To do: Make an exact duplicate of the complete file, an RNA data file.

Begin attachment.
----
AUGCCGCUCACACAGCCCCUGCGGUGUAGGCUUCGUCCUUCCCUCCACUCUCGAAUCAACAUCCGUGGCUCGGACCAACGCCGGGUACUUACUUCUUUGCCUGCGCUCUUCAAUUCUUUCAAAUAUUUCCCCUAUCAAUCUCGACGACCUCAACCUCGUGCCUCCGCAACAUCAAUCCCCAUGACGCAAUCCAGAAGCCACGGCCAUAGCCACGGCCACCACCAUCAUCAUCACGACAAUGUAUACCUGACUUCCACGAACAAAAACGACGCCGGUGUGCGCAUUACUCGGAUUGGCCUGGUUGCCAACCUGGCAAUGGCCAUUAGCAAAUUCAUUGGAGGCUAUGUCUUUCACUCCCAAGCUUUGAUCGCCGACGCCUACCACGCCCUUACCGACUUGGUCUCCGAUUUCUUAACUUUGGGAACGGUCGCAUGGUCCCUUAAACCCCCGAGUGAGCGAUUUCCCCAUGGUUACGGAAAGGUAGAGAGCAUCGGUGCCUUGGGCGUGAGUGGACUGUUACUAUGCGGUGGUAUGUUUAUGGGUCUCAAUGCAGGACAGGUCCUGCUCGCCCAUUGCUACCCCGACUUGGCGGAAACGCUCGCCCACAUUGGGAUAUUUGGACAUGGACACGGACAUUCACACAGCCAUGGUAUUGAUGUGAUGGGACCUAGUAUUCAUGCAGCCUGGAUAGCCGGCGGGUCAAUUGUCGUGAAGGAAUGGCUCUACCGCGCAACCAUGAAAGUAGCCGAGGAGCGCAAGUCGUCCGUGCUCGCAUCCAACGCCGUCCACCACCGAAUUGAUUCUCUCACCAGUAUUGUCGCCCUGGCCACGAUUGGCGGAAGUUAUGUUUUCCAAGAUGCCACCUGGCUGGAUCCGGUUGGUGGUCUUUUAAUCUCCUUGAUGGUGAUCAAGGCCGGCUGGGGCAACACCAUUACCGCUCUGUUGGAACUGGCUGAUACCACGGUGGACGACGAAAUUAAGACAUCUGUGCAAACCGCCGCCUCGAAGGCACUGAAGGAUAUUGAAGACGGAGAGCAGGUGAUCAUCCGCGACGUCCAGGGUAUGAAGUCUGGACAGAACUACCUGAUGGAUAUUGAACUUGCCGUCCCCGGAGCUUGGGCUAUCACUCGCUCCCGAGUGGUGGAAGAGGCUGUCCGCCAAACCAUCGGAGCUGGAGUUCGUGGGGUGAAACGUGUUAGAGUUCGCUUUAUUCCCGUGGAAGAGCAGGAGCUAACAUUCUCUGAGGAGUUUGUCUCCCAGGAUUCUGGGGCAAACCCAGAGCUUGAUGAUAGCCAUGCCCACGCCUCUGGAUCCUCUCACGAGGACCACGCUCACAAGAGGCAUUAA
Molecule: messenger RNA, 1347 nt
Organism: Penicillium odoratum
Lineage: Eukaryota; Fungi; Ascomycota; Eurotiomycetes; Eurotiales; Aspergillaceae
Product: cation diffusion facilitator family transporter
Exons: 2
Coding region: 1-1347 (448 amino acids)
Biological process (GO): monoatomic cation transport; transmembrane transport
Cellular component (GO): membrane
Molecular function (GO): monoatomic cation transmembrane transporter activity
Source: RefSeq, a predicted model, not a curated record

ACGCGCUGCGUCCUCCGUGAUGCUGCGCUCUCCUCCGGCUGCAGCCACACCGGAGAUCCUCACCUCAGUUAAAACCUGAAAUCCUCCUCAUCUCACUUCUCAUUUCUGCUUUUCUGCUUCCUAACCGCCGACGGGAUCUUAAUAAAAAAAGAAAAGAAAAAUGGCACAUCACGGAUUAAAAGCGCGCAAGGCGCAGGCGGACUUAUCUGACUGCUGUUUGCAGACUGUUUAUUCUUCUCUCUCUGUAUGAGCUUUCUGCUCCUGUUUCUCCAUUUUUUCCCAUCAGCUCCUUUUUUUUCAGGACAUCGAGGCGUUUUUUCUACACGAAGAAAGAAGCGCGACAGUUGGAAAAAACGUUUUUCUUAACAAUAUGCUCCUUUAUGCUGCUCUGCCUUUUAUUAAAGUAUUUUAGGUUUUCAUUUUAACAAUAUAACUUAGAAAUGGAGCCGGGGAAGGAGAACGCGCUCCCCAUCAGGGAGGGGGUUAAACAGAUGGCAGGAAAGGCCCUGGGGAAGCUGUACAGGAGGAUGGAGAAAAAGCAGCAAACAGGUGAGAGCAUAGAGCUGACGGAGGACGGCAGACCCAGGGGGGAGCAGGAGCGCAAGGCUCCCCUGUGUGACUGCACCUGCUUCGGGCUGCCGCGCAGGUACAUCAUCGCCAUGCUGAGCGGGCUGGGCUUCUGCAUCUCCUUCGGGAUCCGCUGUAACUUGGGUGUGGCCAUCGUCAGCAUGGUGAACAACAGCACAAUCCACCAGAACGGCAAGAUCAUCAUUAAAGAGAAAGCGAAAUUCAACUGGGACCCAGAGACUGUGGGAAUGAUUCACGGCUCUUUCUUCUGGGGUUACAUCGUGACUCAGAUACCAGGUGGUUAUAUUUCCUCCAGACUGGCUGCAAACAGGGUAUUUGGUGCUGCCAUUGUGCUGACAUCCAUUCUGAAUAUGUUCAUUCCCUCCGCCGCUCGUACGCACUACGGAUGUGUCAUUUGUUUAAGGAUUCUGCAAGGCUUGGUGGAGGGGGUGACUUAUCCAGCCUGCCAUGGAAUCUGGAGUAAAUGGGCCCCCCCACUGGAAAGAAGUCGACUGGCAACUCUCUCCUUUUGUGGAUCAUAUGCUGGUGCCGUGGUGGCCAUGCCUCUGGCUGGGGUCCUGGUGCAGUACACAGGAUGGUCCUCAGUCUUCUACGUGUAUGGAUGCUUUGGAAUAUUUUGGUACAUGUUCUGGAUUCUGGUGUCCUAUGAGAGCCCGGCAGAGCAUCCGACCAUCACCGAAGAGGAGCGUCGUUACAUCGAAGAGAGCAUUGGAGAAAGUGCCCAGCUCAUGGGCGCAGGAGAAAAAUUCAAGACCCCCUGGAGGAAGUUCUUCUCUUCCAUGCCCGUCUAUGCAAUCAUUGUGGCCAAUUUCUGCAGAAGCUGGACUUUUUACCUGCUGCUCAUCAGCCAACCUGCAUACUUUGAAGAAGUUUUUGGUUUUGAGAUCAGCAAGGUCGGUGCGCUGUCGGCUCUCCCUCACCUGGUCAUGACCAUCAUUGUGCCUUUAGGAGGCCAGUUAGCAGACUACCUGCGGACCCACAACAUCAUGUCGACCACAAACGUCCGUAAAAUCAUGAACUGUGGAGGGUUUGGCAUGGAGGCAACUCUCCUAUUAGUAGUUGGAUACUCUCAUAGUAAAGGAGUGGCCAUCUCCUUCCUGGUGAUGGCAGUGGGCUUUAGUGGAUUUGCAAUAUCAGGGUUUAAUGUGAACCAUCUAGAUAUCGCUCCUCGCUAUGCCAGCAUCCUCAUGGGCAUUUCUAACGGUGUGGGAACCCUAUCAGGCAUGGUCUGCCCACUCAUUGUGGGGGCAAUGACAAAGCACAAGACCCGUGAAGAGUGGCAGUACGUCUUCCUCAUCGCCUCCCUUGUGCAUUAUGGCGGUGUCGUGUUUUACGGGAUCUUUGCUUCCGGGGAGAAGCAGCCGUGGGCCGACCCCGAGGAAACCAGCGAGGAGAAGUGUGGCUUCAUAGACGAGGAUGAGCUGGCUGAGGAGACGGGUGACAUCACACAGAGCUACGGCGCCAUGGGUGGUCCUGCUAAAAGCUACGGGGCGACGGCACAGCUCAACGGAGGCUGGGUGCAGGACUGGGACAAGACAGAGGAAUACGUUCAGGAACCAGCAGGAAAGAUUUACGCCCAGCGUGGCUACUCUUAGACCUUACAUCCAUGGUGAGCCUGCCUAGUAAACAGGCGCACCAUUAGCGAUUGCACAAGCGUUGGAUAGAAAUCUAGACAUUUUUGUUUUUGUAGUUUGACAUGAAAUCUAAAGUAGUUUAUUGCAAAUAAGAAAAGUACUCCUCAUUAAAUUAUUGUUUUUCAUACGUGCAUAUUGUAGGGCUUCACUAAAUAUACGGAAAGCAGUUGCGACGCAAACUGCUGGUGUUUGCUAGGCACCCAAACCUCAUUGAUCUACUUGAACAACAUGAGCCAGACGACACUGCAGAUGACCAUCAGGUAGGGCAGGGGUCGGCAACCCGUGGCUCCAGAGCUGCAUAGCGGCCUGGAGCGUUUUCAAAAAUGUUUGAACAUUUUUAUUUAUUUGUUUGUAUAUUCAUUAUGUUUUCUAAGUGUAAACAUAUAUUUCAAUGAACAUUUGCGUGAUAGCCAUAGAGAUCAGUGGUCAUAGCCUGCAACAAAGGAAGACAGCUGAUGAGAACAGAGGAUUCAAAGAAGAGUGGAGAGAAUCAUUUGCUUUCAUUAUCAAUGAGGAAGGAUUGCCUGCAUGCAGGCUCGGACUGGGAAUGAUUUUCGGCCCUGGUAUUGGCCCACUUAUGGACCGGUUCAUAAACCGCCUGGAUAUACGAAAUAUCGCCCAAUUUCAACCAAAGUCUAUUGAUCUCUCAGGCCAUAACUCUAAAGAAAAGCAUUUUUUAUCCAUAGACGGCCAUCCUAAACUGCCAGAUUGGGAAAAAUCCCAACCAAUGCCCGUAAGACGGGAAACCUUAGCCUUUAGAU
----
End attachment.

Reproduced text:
AUGCCGCUCACACAGCCCCUGCGGUGUAGGCUUCGUCCUUCCCUCCACUCUCGAAUCAACAUCCGUGGCUCGGACCAACGCCGGGUACUUACUUCUUUGCCUGCGCUCUUCAAUUCUUUCAAAUAUUUCCCCUAUCAAUCUCGACGACCUCAACCUCGUGCCUCCGCAACAUCAAUCCCCAUGACGCAAUCCAGAAGCCACGGCCAUAGCCACGGCCACCACCAUCAUCAUCACGACAAUGUAUACCUGACUUCCACGAACAAAAACGACGCCGGUGUGCGCAUUACUCGGAUUGGCCUGGUUGCCAACCUGGCAAUGGCCAUUAGCAAAUUCAUUGGAGGCUAUGUCUUUCACUCCCAAGCUUUGAUCGCCGACGCCUACCACGCCCUUACCGACUUGGUCUCCGAUUUCUUAACUUUGGGAACGGUCGCAUGGUCCCUUAAACCCCCGAGUGAGCGAUUUCCCCAUGGUUACGGAAAGGUAGAGAGCAUCGGUGCCUUGGGCGUGAGUGGACUGUUACUAUGCGGUGGUAUGUUUAUGGGUCUCAAUGCAGGACAGGUCCUGCUCGCCCAUUGCUACCCCGACUUGGCGGAAACGCUCGCCCACAUUGGGAUAUUUGGACAUGGACACGGACAUUCACACAGCCAUGGUAUUGAUGUGAUGGGACCUAGUAUUCAUGCAGCCUGGAUAGCCGGCGGGUCAAUUGUCGUGAAGGAAUGGCUCUACCGCGCAACCAUGAAAGUAGCCGAGGAGCGCAAGUCGUCCGUGCUCGCAUCCAACGCCGUCCACCACCGAAUUGAUUCUCUCACCAGUAUUGUCGCCCUGGCCACGAUUGGCGGAAGUUAUGUUUUCCAAGAUGCCACCUGGCUGGAUCCGGUUGGUGGUCUUUUAAUCUCCUUGAUGGUGAUCAAGGCCGGCUGGGGCAACACCAUUACCGCUCUGUUGGAACUGGCUGAUACCACGGUGGACGACGAAAUUAAGACAUCUGUGCAAACCGCCGCCUCGAAGGCACUGAAGGAUAUUGAAGACGGAGAGCAGGUGAUCAUCCGCGACGUCCAGGGUAUGAAGUCUGGACAGAACUACCUGAUGGAUAUUGAACUUGCCGUCCCCGGAGCUUGGGCUAUCACUCGCUCCCGAGUGGUGGAAGAGGCUGUCCGCCAAACCAUCGGAGCUGGAGUUCGUGGGGUGAAACGUGUUAGAGUUCGCUUUAUUCCCGUGGAAGAGCAGGAGCUAACAUUCUCUGAGGAGUUUGUCUCCCAGGAUUCUGGGGCAAACCCAGAGCUUGAUGAUAGCCAUGCCCACGCCUCUGGAUCCUCUCACGAGGACCACGCUCACAAGAGGCAUUAA
Molecule: messenger RNA, 1347 nt
Organism: Penicillium odoratum
Lineage: Eukaryota; Fungi; Ascomycota; Eurotiomycetes; Eurotiales; Aspergillaceae
Product: cation diffusion facilitator family transporter
Exons: 2
Coding region: 1-1347 (448 amino acids)
Biological process (GO): monoatomic cation transport; transmembrane transport
Cellular component (GO): membrane
Molecular function (GO): monoatomic cation transmembrane transporter activity
Source: RefSeq, a predicted model, not a curated record

ACGCGCUGCGUCCUCCGUGAUGCUGCGCUCUCCUCCGGCUGCAGCCACACCGGAGAUCCUCACCUCAGUUAAAACCUGAAAUCCUCCUCAUCUCACUUCUCAUUUCUGCUUUUCUGCUUCCUAACCGCCGACGGGAUCUUAAUAAAAAAAGAAAAGAAAAAUGGCACAUCACGGAUUAAAAGCGCGCAAGGCGCAGGCGGACUUAUCUGACUGCUGUUUGCAGACUGUUUAUUCUUCUCUCUCUGUAUGAGCUUUCUGCUCCUGUUUCUCCAUUUUUUCCCAUCAGCUCCUUUUUUUUCAGGACAUCGAGGCGUUUUUUCUACACGAAGAAAGAAGCGCGACAGUUGGAAAAAACGUUUUUCUUAACAAUAUGCUCCUUUAUGCUGCUCUGCCUUUUAUUAAAGUAUUUUAGGUUUUCAUUUUAACAAUAUAACUUAGAAAUGGAGCCGGGGAAGGAGAACGCGCUCCCCAUCAGGGAGGGGGUUAAACAGAUGGCAGGAAAGGCCCUGGGGAAGCUGUACAGGAGGAUGGAGAAAAAGCAGCAAACAGGUGAGAGCAUAGAGCUGACGGAGGACGGCAGACCCAGGGGGGAGCAGGAGCGCAAGGCUCCCCUGUGUGACUGCACCUGCUUCGGGCUGCCGCGCAGGUACAUCAUCGCCAUGCUGAGCGGGCUGGGCUUCUGCAUCUCCUUCGGGAUCCGCUGUAACUUGGGUGUGGCCAUCGUCAGCAUGGUGAACAACAGCACAAUCCACCAGAACGGCAAGAUCAUCAUUAAAGAGAAAGCGAAAUUCAACUGGGACCCAGAGACUGUGGGAAUGAUUCACGGCUCUUUCUUCUGGGGUUACAUCGUGACUCAGAUACCAGGUGGUUAUAUUUCCUCCAGACUGGCUGCAAACAGGGUAUUUGGUGCUGCCAUUGUGCUGACAUCCAUUCUGAAUAUGUUCAUUCCCUCCGCCGCUCGUACGCACUACGGAUGUGUCAUUUGUUUAAGGAUUCUGCAAGGCUUGGUGGAGGGGGUGACUUAUCCAGCCUGCCAUGGAAUCUGGAGUAAAUGGGCCCCCCCACUGGAAAGAAGUCGACUGGCAACUCUCUCCUUUUGUGGAUCAUAUGCUGGUGCCGUGGUGGCCAUGCCUCUGGCUGGGGUCCUGGUGCAGUACACAGGAUGGUCCUCAGUCUUCUACGUGUAUGGAUGCUUUGGAAUAUUUUGGUACAUGUUCUGGAUUCUGGUGUCCUAUGAGAGCCCGGCAGAGCAUCCGACCAUCACCGAAGAGGAGCGUCGUUACAUCGAAGAGAGCAUUGGAGAAAGUGCCCAGCUCAUGGGCGCAGGAGAAAAAUUCAAGACCCCCUGGAGGAAGUUCUUCUCUUCCAUGCCCGUCUAUGCAAUCAUUGUGGCCAAUUUCUGCAGAAGCUGGACUUUUUACCUGCUGCUCAUCAGCCAACCUGCAUACUUUGAAGAAGUUUUUGGUUUUGAGAUCAGCAAGGUCGGUGCGCUGUCGGCUCUCCCUCACCUGGUCAUGACCAUCAUUGUGCCUUUAGGAGGCCAGUUAGCAGACUACCUGCGGACCCACAACAUCAUGUCGACCACAAACGUCCGUAAAAUCAUGAACUGUGGAGGGUUUGGCAUGGAGGCAACUCUCCUAUUAGUAGUUGGAUACUCUCAUAGUAAAGGAGUGGCCAUCUCCUUCCUGGUGAUGGCAGUGGGCUUUAGUGGAUUUGCAAUAUCAGGGUUUAAUGUGAACCAUCUAGAUAUCGCUCCUCGCUAUGCCAGCAUCCUCAUGGGCAUUUCUAACGGUGUGGGAACCCUAUCAGGCAUGGUCUGCCCACUCAUUGUGGGGGCAAUGACAAAGCACAAGACCCGUGAAGAGUGGCAGUACGUCUUCCUCAUCGCCUCCCUUGUGCAUUAUGGCGGUGUCGUGUUUUACGGGAUCUUUGCUUCCGGGGAGAAGCAGCCGUGGGCCGACCCCGAGGAAACCAGCGAGGAGAAGUGUGGCUUCAUAGACGAGGAUGAGCUGGCUGAGGAGACGGGUGACAUCACACAGAGCUACGGCGCCAUGGGUGGUCCUGCUAAAAGCUACGGGGCGACGGCACAGCUCAACGGAGGCUGGGUGCAGGACUGGGACAAGACAGAGGAAUACGUUCAGGAACCAGCAGGAAAGAUUUACGCCCAGCGUGGCUACUCUUAGACCUUACAUCCAUGGUGAGCCUGCCUAGUAAACAGGCGCACCAUUAGCGAUUGCACAAGCGUUGGAUAGAAAUCUAGACAUUUUUGUUUUUGUAGUUUGACAUGAAAUCUAAAGUAGUUUAUUGCAAAUAAGAAAAGUACUCCUCAUUAAAUUAUUGUUUUUCAUACGUGCAUAUUGUAGGGCUUCACUAAAUAUACGGAAAGCAGUUGCGACGCAAACUGCUGGUGUUUGCUAGGCACCCAAACCUCAUUGAUCUACUUGAACAACAUGAGCCAGACGACACUGCAGAUGACCAUCAGGUAGGGCAGGGGUCGGCAACCCGUGGCUCCAGAGCUGCAUAGCGGCCUGGAGCGUUUUCAAAAAUGUUUGAACAUUUUUAUUUAUUUGUUUGUAUAUUCAUUAUGUUUUCUAAGUGUAAACAUAUAUUUCAAUGAACAUUUGCGUGAUAGCCAUAGAGAUCAGUGGUCAUAGCCUGCAACAAAGGAAGACAGCUGAUGAGAACAGAGGAUUCAAAGAAGAGUGGAGAGAAUCAUUUGCUUUCAUUAUCAAUGAGGAAGGAUUGCCUGCAUGCAGGCUCGGACUGGGAAUGAUUUUCGGCCCUGGUAUUGGCCCACUUAUGGACCGGUUCAUAAACCGCCUGGAUAUACGAAAUAUCGCCCAAUUUCAACCAAAGUCUAUUGAUCUCUCAGGCCAUAACUCUAAAGAAAAGCAUUUUUUAUCCAUAGACGGCCAUCCUAAACUGCCAGAUUGGGAAAAAUCCCAACCAAUGCCCGUAAGACGGGAAACCUUAGCCUUUAGAU